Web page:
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Manipulate Flat Contingency Tables

Read, write and coerce ‘flat’ contingency tables.

Keywords
category
Usage
read.ftable(file, sep = "", quote = "\"",
row.var.names, col.vars, skip = 0)write.ftable(x, file = "", quote = TRUE, append = FALSE,
digits = getOption("digits"), …)# S3 method for ftable
format(x, quote = TRUE, digits = getOption("digits"),
method = c("non.compact", "row.compact",
"col.compact", "compact"),
lsep = " | ", …)
# S3 method for ftable
print(x, digits = getOption("digits"), …)
Arguments
file

either a character string naming a file or a connection which the data are to be read from or written to. "" indicates input from the console for reading and output to the console for writing.

sep

the field separator string. Values on each line of the file are separated by this string.

quote

a character string giving the set of quoting characters for read.ftable; to disable quoting altogether, use quote="". For write.table, a logical indicating whether strings in the data will be surrounded by double quotes.

row.var.names

a character vector with the names of the row variables, in case these cannot be determined automatically.

col.vars

a list giving the names and levels of the column variables, in case these cannot be determined automatically.

skip

the number of lines of the data file to skip before beginning to read data.

x

an object of class "ftable".

append

logical. If TRUE and file is the name of a file (and not a connection or "|cmd"), the output from write.ftable is appended to the file. If FALSE, the contents of file will be overwritten.

digits

an integer giving the number of significant digits to use for (the cell entries of) x.

method

string specifying how the "ftable" object is formatted (and printed if used as in write.ftable() or the print method). Can be abbreviated. Available methods are (see the examples):

"non.compact"

the default representation of an "ftable" object.

"row.compact"

a row-compact version without empty cells below the column labels.

"col.compact"

a column-compact version without empty cells to the right of the row labels.

"compact"

a row- and column-compact version. This may imply a row and a column label sharing the same cell. They are then separated by the string lsep.

lsep

only for method = "compact", the separation string for row and column labels.

further arguments to be passed to or from methods; for write() and print(), notably arguments such as method, passed to format().

Details

read.ftable reads in a flat-like contingency table from a file. If the file contains the written representation of a flat table (more precisely, a header with all information on names and levels of column variables, followed by a line with the names of the row variables), no further arguments are needed. Similarly, flat tables with only one column variable the name of which is the only entry in the first line are handled automatically. Other variants can be dealt with by skipping all header information using skip, and providing the names of the row variables and the names and levels of the column variable using row.var.names and col.vars, respectively. See the examples below.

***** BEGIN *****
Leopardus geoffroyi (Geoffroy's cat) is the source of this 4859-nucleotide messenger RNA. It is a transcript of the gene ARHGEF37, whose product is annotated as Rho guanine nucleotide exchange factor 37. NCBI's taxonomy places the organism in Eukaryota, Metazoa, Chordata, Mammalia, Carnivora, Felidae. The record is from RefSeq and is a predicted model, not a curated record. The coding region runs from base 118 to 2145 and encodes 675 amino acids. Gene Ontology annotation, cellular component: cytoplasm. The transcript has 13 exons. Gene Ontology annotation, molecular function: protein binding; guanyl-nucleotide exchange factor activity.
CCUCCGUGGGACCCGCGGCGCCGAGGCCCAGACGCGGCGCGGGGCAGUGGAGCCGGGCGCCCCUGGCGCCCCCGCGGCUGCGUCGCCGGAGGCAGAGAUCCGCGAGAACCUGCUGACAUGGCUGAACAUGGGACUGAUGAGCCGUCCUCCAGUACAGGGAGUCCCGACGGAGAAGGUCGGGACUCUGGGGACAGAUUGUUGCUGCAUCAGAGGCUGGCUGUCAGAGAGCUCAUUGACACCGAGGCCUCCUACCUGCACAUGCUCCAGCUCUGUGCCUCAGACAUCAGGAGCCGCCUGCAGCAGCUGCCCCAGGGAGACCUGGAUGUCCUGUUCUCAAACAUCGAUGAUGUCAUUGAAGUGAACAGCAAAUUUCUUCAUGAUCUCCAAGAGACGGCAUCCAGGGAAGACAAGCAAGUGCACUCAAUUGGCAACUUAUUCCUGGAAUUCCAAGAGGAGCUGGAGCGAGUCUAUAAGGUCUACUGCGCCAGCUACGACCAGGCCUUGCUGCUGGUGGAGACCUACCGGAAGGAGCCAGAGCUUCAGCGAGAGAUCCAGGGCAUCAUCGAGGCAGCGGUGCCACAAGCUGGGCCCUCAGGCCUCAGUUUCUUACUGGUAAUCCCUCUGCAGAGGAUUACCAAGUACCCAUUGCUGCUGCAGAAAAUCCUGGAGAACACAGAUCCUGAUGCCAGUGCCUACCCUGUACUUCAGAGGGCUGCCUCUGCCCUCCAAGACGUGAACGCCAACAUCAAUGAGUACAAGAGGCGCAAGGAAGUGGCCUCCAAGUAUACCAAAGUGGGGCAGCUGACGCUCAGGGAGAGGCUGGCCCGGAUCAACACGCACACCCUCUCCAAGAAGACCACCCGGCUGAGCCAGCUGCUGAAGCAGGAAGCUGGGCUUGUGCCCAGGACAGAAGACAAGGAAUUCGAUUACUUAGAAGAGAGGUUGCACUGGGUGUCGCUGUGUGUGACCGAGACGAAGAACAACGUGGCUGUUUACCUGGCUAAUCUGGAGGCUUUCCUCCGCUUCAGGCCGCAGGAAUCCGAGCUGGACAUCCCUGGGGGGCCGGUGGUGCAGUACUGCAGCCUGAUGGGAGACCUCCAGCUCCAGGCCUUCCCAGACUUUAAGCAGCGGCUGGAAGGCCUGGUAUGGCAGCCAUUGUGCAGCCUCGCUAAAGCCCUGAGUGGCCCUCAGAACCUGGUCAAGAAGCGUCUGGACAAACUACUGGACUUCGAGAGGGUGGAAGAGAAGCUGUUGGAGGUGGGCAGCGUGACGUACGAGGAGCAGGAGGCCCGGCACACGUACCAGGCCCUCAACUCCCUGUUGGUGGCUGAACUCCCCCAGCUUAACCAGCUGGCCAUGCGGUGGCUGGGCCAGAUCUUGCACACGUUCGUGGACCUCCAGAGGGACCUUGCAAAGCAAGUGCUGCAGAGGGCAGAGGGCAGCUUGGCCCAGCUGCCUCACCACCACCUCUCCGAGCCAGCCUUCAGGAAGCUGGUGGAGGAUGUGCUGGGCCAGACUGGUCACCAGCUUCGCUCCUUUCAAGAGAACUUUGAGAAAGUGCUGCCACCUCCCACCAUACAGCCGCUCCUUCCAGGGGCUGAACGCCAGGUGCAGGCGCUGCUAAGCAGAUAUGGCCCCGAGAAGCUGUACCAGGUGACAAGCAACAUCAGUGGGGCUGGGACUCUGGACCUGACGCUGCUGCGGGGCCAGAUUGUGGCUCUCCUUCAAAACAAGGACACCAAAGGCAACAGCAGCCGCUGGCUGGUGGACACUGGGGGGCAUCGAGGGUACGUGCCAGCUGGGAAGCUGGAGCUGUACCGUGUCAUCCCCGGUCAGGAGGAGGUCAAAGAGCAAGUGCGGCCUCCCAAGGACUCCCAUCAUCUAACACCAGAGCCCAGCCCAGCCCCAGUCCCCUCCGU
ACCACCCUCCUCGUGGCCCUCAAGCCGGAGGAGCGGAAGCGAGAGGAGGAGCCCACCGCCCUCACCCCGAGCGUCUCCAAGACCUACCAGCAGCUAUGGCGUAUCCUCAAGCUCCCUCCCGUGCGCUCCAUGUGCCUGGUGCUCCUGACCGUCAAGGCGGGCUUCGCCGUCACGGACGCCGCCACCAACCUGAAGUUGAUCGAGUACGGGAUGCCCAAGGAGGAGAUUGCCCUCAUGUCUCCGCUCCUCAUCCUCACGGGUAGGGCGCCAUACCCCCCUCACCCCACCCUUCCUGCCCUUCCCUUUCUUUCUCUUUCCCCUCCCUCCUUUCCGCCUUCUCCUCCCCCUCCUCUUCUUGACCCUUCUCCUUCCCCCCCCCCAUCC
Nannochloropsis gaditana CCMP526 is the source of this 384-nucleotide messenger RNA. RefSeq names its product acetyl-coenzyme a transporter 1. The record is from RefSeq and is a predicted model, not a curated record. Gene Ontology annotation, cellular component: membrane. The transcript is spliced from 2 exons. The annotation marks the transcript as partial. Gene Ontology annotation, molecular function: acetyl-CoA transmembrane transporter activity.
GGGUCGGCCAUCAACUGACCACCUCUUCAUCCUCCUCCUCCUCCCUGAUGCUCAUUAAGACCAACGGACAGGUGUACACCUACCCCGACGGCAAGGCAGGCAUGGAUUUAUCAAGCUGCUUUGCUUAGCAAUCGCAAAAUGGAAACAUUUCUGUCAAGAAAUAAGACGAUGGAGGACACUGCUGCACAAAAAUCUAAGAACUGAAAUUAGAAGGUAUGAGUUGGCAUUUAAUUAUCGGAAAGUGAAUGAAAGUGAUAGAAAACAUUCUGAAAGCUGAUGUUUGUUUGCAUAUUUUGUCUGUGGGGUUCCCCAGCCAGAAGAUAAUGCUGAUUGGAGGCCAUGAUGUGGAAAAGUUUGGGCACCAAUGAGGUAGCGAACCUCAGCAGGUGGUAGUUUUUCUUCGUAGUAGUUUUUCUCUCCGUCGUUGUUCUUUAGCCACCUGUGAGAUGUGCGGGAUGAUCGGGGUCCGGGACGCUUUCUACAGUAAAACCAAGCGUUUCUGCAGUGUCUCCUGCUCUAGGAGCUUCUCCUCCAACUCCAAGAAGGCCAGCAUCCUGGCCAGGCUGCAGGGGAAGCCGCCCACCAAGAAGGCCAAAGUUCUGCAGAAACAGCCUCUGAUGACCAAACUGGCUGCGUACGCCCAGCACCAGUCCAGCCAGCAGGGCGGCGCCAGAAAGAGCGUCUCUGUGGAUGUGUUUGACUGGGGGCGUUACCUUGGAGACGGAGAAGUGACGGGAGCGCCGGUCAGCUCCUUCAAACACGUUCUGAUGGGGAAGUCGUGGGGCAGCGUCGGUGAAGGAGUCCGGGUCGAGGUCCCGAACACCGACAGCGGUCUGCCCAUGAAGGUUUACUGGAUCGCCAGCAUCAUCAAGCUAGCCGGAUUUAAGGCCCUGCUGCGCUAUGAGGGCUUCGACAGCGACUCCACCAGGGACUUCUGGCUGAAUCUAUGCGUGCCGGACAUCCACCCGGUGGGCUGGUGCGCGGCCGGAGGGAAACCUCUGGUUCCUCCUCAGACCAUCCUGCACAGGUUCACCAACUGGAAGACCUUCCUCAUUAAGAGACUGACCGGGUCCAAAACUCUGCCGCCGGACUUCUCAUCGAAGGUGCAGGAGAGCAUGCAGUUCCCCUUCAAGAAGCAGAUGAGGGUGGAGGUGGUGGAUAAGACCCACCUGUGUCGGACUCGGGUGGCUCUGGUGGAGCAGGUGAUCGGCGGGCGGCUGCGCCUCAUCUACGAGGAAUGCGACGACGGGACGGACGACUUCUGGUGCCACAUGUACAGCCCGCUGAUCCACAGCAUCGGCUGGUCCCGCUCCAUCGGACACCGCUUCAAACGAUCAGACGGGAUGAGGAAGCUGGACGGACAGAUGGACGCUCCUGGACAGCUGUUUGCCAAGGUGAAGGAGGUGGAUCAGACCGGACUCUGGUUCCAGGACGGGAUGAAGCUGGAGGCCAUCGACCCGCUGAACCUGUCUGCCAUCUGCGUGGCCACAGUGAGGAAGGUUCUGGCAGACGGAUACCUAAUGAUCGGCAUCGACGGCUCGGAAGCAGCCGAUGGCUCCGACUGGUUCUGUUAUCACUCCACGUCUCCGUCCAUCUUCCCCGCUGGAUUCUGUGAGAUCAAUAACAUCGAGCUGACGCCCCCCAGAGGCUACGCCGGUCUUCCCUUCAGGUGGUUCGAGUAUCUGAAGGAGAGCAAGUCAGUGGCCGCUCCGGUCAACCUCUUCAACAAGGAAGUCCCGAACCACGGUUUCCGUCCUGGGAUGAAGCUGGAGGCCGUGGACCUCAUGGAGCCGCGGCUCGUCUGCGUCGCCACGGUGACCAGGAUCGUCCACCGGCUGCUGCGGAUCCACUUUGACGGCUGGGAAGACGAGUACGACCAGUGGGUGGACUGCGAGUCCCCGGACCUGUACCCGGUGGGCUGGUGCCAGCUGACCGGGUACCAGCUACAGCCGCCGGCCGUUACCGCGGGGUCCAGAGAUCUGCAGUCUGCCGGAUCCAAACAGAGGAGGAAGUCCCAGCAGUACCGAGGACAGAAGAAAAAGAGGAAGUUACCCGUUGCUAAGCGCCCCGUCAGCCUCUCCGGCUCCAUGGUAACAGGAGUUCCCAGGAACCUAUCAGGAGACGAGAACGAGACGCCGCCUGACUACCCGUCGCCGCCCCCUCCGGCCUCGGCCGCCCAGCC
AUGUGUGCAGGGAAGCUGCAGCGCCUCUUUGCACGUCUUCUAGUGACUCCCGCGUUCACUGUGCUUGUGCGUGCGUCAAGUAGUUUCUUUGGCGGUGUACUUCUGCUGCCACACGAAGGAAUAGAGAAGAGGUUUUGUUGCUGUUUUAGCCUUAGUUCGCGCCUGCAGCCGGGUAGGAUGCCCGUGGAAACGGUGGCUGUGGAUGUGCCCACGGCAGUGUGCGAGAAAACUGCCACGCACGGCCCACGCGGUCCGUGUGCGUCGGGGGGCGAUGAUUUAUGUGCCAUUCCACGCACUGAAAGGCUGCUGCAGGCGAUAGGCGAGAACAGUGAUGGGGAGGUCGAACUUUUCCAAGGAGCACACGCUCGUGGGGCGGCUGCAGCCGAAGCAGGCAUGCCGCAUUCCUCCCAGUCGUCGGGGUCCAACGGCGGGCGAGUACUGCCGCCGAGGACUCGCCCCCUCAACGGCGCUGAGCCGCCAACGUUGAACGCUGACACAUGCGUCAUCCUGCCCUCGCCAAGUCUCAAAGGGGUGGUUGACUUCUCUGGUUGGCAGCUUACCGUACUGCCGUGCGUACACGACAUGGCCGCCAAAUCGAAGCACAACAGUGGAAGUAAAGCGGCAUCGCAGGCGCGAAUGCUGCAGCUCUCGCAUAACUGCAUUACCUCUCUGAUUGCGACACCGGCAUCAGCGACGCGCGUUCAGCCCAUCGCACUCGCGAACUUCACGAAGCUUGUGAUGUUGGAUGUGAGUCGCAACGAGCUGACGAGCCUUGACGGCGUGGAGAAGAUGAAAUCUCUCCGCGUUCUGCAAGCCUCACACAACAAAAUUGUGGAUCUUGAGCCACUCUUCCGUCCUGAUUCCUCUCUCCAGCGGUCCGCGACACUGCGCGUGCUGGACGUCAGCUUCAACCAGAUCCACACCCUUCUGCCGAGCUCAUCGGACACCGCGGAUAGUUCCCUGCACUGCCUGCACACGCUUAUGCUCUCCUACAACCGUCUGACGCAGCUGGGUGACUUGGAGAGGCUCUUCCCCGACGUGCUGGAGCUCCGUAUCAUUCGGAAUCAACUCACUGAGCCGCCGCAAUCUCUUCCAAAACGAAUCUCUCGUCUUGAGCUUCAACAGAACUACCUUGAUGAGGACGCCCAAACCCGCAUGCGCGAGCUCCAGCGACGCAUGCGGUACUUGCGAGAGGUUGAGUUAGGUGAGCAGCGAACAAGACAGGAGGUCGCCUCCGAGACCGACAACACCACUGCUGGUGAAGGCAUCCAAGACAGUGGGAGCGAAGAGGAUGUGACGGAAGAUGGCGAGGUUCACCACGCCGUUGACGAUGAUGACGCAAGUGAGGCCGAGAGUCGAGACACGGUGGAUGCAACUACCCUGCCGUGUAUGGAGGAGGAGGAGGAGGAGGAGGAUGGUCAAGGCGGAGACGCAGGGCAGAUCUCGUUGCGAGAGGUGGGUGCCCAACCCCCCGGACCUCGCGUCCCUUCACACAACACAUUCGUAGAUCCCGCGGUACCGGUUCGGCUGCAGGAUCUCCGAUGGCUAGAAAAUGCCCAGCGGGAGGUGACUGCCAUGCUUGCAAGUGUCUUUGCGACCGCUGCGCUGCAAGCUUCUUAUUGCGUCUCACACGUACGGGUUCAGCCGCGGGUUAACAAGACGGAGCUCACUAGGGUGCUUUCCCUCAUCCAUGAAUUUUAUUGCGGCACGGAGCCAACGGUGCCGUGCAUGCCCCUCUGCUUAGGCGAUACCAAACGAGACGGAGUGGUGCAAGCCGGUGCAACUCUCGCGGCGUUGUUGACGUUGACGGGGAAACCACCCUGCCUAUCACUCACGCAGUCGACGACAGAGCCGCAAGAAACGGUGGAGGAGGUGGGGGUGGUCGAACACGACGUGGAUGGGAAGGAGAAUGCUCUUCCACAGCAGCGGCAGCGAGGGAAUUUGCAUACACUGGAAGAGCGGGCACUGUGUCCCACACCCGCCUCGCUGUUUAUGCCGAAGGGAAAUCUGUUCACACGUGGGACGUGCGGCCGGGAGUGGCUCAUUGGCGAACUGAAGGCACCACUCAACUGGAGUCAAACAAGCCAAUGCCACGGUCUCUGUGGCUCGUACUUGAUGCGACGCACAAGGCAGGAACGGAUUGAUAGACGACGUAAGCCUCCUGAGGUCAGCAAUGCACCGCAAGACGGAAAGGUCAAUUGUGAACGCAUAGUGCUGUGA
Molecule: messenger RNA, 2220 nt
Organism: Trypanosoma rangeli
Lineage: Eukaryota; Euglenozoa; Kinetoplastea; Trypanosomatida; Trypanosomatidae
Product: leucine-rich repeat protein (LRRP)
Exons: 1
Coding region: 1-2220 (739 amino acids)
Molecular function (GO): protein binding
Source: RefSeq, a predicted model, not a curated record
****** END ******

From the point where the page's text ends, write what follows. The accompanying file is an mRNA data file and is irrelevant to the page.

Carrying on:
Note that flat tables are characterized by their ‘ragged’ display of row (and maybe also column) labels. If the full grid of levels of the row variables is given, one should instead use read.table to read in the data, and create the contingency table from this using xtabs.

write.ftable writes a flat table to a file, which is useful for generating ‘pretty’ ASCII representations of contingency tables. Different versions are available via the method argument, which may be useful, for example, for constructing LaTeX tables.

References

Agresti, A. (1990) Categorical data analysis. New York: Wiley.

ftable for more information on flat contingency tables.

Aliases
library(stats) # NOT RUN { ## Agresti (1990), page 157, Table 5.8. ## Not in ftable standard format, but o.k. file <- tempfile() cat(" Intercourse\n", "Race Gender Yes No\n", "White Male 43 134\n", " Female 26 149\n", "Black Male 29 23\n", " Female 22 36\n", file = file) # } # NOT RUN { file.show(file) # } # NOT RUN { ft1 <- read.ftable(file) ft1 unlink(file) ## Agresti (1990), page 297, Table 8.16. ## Almost o.k., but misses the name of the row variable. file <- tempfile() cat(" \"Tonsil Size\"\n", " \"Not Enl.\" \"Enl.\" \"Greatly Enl.\"\n", "Noncarriers 497 560 269\n", "Carriers 19 29 24\n", file = file) # } # NOT RUN { file.show(file) # } # NOT RUN { ft <- read.ftable(file, skip = 2, row.var.names = "Status", col.vars = list("Tonsil Size" = c("Not Enl.", "Enl.", "Greatly Enl."))) ft unlink(file) ft22 <- ftable(Titanic, row.vars = 2:1, col.vars = 4:3) write.ftable(ft22, quote = FALSE) write.ftable(ft22, quote = FALSE, method="row.compact") write.ftable(ft22, quote = FALSE, method="col.compact") write.ftable(ft22, quote = FALSE, method="compact") # }